The other side of Quito

Note: This is an archived article from the previous Bird Watching website...

If you’ve read my feature on birdwatching around Quito in the Summer issue of Bird Watching, you’ll know that it’s urban birding quite unlike any you’ve seen before.

But while I’d hope it’s given you a taste of just what an astonishing variety of birds you could see without ever venturing into Ecuador’s Amazon rainforest, or out to the Galapagos (they’re stories for another day), you shouldn’t miss out on the rest of what the capital has to offer.

San Francisco de Quito, to give it its full name, sits in the Guayllabamba river basin, in north-central Ecuador. To anyone coming from a country as low-lying (in relative terms) as Britain, its location alone is enough to make the mouth drop open in wonder. The centre is 2,800m (9,200ft) above sea level, with the active Pichincha volcano looming over this metropolis of nearly two million residents.

Designated one of the first two World Cultural Heritage Sites by UNESCO in 1978 (the other was Krakow), it has one of the best, if not the best, preserved historic centres in South America, and at the heart of this old colonial city are some truly extraordinary churches.

The churches of La Compania de Jesus, of San Francisco, and of Santo Domingo, date back to the early 17th and even late 16th centuries, and while their exteriors are typical of the time, the interiors need to be seen to be believed.

The gold leaf that seems to cover everything in sight is a testament to the mineral wealth that the Conquistadors found and seized when they arrived in South America, but the fabulously baroque carvings are unlike anything you’d find in a European church.

Sculpted, in many cases, by Native Americans, closer inspection reveals a bestiary of Ecuador’s animals and birds, with Jaguars stalking through friezes of the local vegetation, and hummingbirds flitting around while Condors soar above. It’s a reminder not just of the richness of Ecuador’s biodiversity, but of how central that was to the native way of life.

This Old City has been cleaned up and appropriately renovated in recent years, and there are plenty of English-speaking Municipal Police on hand to offer directions, advice and the like. It makes strolling the narrow, sometimes steep streets safe, and a pleasure. The plaza outside the Church of San Francisco is as good a place as any to start (it was once the marketplace used by the indigenous inhabitants) if you want to explore the many excellent museums within walking distance, the shopping district, or the pavement cafes and bars.

The other side of Quito is La Mariscal Sucre, a vibrant area of bars, restaurants and hotels that’s hugely popular with foreign visitors. A highlight here was the Museo de Artesanias Mindalae, a really outstanding museum, with English-speaking guides available. It features an amazing range of Ecuadorian craftwork, showing you how it relates to the country’s history and mythology, and there’s a great gift shop, and a restaurant/coffee shop.

I was only able to touch, in the magazine, on the sheer diversity of Quito’s parks. Itchimbia might be the best to start with, sitting atop a hill with great views of the Old City below. It’s a relatively recent creation, and bustles with joggers, dog-walkers, school parties and the like, although never enough to deter the many birds.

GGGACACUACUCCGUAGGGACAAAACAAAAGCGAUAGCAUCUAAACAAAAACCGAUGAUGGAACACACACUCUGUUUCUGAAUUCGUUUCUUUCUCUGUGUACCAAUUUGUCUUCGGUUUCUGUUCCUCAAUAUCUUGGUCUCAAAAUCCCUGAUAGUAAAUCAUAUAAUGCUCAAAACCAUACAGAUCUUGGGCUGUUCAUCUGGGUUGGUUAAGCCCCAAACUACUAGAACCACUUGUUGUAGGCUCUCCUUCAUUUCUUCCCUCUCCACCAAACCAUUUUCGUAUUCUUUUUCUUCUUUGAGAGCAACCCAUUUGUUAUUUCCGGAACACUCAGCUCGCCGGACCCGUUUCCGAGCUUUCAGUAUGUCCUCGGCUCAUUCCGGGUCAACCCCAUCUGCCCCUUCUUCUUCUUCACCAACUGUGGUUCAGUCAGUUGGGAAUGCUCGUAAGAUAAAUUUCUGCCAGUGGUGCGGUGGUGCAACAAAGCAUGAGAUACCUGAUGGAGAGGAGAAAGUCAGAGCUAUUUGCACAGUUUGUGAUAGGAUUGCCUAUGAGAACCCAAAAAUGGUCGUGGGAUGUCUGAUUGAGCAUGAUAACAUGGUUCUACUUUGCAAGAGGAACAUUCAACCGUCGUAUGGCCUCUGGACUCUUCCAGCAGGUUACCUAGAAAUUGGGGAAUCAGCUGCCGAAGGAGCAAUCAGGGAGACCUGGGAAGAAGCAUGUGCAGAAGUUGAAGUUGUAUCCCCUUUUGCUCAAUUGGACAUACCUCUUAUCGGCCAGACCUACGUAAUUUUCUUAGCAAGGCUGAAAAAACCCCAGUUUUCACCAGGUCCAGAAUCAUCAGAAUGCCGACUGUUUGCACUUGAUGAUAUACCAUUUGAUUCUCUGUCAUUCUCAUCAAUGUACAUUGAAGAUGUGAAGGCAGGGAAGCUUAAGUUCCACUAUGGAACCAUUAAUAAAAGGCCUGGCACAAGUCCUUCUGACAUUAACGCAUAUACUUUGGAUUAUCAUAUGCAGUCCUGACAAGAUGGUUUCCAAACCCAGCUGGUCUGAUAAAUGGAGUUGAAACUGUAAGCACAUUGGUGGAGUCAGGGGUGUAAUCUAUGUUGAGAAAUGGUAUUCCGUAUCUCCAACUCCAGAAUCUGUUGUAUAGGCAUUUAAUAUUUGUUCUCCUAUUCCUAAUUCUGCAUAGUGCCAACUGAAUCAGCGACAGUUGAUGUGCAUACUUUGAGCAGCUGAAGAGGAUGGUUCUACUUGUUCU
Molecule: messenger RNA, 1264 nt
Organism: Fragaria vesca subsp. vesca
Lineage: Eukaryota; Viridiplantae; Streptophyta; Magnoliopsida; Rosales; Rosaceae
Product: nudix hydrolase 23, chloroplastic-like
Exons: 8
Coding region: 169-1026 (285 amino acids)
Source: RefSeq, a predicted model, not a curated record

La Carolina is more along the lines of London’s Regent’s Park, or New York’s Central Park. Bordered by Quito’s main business district, it contains excellent Botanical Gardens (a great place to see before you venture out into the city’s surroundings, just to get an idea of the range of habitat you’ll encounter), a vivarium, and the Natural History Museum. This boasts a superb collection of skins (many of them collected by ornithologist Juan Manuel Carrion, who was my guide around Quito), which can be viewed by appointment.

The Metropolitan Park is the ‘wildest’ of the three, with lots of tree cover (eucalyptus, mainly, but efforts are being made to reintroduce more native species) and opportunities to get off the beaten track and search for birds. It’s popular with mountain bikers, picnickers, etc., but it’s large enough that you can easily find undisturbed areas.

Of course, no visit to Ecuador would be complete without a visit to La Mitad del Mundo (literally, The Middle of the World), just over 20 miles from central Quito. Just before you visit, El Crater restaurant is worth a visit. For one thing, it overlooks the Pululahua geo-botanical reserve, which includes the only inhabited volcano crater in the world. For another, it’s a good place to sample some of Quito’s culinary specialities, such as locro de papa (a delicious potato and cheese soup), and fritada (fried pork with potato cakes, toasted corn and other trimmings).

There’s a large monument astride the Equator itself, plus a museum, planetarium, restaurants, and even a small chapel. Global Positioning System technology has actually determined that Equator is some 240m north of the monument, but who’s arguing? I bet you’ll still end up getting your photo taken on either side of the line!

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